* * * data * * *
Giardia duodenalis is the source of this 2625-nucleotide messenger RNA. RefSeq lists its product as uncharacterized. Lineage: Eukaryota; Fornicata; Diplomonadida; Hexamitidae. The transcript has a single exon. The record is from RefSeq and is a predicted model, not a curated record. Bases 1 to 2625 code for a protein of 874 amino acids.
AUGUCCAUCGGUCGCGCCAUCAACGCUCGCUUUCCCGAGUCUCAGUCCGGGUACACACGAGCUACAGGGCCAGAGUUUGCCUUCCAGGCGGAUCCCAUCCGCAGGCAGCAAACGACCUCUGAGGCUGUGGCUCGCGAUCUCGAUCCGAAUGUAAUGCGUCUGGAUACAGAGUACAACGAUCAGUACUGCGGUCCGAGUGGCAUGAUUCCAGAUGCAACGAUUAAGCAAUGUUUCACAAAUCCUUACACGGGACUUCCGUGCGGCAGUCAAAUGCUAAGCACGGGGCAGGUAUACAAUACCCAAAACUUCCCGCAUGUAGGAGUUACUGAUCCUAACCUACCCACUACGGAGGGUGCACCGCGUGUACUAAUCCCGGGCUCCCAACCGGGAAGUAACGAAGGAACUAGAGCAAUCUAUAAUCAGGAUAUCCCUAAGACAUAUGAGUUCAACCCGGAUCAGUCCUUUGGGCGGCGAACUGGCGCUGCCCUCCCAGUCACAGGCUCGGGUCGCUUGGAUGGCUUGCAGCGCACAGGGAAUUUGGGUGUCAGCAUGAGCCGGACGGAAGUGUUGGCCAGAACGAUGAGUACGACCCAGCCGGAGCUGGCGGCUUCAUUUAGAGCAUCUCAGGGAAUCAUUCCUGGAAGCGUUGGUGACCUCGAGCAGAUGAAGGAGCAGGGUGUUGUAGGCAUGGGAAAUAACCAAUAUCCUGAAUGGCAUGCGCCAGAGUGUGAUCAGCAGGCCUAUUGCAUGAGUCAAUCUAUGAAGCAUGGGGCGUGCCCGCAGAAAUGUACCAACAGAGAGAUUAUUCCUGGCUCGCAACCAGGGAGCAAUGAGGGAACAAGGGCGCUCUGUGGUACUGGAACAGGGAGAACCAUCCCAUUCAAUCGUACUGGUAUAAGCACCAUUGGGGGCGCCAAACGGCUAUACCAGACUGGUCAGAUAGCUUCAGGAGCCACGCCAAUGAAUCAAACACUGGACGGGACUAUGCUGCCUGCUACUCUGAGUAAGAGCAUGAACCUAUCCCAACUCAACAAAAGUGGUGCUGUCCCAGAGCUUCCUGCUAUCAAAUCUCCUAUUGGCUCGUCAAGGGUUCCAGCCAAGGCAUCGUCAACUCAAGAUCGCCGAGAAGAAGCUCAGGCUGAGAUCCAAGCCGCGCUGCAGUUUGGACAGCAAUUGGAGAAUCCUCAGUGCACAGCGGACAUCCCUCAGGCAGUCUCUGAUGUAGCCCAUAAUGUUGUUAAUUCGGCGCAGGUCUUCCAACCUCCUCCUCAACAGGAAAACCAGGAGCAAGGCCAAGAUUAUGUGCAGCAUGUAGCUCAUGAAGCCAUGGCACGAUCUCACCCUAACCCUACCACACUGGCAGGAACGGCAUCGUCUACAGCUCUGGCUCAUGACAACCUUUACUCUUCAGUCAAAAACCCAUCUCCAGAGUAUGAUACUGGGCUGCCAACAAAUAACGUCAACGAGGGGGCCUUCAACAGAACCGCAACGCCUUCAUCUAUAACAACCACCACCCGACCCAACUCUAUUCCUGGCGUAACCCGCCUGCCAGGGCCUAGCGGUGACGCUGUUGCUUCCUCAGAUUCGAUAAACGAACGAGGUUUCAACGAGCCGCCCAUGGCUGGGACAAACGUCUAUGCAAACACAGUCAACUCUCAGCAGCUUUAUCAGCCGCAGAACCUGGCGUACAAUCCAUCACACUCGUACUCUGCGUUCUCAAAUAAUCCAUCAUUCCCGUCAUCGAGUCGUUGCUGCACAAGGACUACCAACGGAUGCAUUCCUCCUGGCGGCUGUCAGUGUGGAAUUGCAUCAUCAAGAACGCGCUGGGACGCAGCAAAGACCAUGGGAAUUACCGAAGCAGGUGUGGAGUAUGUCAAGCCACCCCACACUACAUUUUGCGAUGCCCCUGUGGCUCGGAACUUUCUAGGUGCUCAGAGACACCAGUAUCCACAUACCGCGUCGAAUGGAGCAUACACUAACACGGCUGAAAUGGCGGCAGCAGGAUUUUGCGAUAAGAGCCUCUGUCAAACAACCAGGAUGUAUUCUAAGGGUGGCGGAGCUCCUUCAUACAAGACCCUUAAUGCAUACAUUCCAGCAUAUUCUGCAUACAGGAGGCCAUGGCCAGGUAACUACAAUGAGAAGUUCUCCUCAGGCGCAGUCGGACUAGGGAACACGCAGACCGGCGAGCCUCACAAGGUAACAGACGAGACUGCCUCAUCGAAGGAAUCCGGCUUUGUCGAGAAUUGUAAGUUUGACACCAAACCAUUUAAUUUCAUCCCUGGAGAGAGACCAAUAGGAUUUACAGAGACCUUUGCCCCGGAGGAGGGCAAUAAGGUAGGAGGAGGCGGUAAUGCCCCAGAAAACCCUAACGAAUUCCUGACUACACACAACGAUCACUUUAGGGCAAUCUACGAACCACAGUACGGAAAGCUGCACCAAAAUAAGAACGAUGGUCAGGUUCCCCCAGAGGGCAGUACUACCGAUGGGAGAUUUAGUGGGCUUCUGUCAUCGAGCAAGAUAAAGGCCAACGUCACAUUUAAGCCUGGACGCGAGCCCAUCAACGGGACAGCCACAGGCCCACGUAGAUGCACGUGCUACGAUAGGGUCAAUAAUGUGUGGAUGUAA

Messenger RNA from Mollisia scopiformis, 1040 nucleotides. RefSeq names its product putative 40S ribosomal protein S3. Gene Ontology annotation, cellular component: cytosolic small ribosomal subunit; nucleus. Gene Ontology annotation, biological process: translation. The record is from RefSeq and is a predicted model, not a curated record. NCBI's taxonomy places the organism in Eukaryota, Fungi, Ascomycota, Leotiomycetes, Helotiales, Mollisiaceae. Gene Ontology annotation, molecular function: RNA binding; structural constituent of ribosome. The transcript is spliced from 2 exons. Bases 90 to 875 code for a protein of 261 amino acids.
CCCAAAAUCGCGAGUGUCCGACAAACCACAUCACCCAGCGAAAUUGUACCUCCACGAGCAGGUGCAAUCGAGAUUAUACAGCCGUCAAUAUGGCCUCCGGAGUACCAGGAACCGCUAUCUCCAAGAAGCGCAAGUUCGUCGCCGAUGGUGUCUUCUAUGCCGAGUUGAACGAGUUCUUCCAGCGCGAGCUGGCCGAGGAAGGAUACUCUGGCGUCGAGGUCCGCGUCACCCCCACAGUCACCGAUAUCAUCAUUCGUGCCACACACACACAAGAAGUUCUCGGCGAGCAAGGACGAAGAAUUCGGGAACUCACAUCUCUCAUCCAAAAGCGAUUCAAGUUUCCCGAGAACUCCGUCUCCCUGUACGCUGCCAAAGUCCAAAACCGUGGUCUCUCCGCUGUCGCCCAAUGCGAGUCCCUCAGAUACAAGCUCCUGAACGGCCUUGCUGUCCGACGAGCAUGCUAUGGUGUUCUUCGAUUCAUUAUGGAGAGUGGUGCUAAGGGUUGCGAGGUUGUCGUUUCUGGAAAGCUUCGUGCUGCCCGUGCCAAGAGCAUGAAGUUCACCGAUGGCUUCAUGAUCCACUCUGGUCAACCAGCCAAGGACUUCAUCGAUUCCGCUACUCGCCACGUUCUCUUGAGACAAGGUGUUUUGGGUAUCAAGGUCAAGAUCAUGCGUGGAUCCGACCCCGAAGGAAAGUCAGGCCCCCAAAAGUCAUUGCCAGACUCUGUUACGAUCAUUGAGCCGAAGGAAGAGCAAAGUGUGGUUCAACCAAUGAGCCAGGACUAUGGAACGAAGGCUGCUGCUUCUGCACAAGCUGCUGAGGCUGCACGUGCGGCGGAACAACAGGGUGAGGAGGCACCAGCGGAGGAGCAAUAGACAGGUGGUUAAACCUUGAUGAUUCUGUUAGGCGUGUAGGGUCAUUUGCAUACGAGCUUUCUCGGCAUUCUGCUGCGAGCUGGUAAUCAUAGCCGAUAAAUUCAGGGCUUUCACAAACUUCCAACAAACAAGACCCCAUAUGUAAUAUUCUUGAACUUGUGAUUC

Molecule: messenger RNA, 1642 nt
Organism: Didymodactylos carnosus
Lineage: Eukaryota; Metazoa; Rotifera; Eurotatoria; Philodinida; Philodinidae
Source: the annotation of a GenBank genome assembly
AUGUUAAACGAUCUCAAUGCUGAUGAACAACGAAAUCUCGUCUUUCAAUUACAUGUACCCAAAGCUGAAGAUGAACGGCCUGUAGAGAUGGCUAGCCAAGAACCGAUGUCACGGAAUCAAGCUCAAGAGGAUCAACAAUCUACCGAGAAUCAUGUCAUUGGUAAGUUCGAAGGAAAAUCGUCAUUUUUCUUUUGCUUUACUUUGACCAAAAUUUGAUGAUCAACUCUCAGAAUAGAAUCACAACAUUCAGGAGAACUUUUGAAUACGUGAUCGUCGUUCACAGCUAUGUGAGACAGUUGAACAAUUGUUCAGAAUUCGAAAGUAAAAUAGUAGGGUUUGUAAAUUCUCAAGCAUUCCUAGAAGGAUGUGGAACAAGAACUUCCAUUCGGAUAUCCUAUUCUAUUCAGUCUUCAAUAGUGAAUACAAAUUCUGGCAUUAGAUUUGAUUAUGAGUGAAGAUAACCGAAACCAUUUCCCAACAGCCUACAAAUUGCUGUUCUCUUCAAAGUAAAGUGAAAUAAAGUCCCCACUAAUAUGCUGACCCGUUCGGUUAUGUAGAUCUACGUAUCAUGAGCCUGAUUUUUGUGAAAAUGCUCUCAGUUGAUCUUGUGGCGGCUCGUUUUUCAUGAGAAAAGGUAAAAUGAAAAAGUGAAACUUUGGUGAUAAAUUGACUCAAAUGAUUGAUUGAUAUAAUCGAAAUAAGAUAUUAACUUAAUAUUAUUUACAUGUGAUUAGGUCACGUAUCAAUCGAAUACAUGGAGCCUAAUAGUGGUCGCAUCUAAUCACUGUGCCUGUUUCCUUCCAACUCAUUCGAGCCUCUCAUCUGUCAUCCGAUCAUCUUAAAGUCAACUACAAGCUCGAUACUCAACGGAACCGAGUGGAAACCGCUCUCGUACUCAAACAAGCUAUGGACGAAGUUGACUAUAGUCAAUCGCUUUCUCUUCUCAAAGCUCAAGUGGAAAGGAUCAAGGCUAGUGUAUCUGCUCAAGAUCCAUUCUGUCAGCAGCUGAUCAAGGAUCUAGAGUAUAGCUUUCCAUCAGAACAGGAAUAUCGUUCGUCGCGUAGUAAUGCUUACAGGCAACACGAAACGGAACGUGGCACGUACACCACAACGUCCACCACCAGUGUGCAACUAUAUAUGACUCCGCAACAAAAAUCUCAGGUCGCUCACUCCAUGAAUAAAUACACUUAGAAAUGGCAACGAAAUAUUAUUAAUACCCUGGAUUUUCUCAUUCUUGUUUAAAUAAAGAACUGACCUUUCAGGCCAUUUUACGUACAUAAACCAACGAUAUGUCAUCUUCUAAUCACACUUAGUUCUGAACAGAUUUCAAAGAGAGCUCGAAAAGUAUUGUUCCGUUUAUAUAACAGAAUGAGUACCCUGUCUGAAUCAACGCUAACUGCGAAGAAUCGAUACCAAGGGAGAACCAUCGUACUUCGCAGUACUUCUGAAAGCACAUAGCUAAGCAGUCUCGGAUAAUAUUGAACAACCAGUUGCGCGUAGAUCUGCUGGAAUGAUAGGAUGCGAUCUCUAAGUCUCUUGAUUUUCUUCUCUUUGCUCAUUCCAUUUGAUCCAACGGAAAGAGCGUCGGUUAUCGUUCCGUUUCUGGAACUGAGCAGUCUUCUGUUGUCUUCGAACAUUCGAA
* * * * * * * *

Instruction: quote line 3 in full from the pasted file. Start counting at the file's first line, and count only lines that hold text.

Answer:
Messenger RNA from Mollisia scopiformis, 1040 nucleotides. RefSeq names its product putative 40S ribosomal protein S3. Gene Ontology annotation, cellular component: cytosolic small ribosomal subunit; nucleus. Gene Ontology annotation, biological process: translation. The record is from RefSeq and is a predicted model, not a curated record. NCBI's taxonomy places the organism in Eukaryota, Fungi, Ascomycota, Leotiomycetes, Helotiales, Mollisiaceae. Gene Ontology annotation, molecular function: RNA binding; structural constituent of ribosome. The transcript is spliced from 2 exons. Bases 90 to 875 code for a protein of 261 amino acids.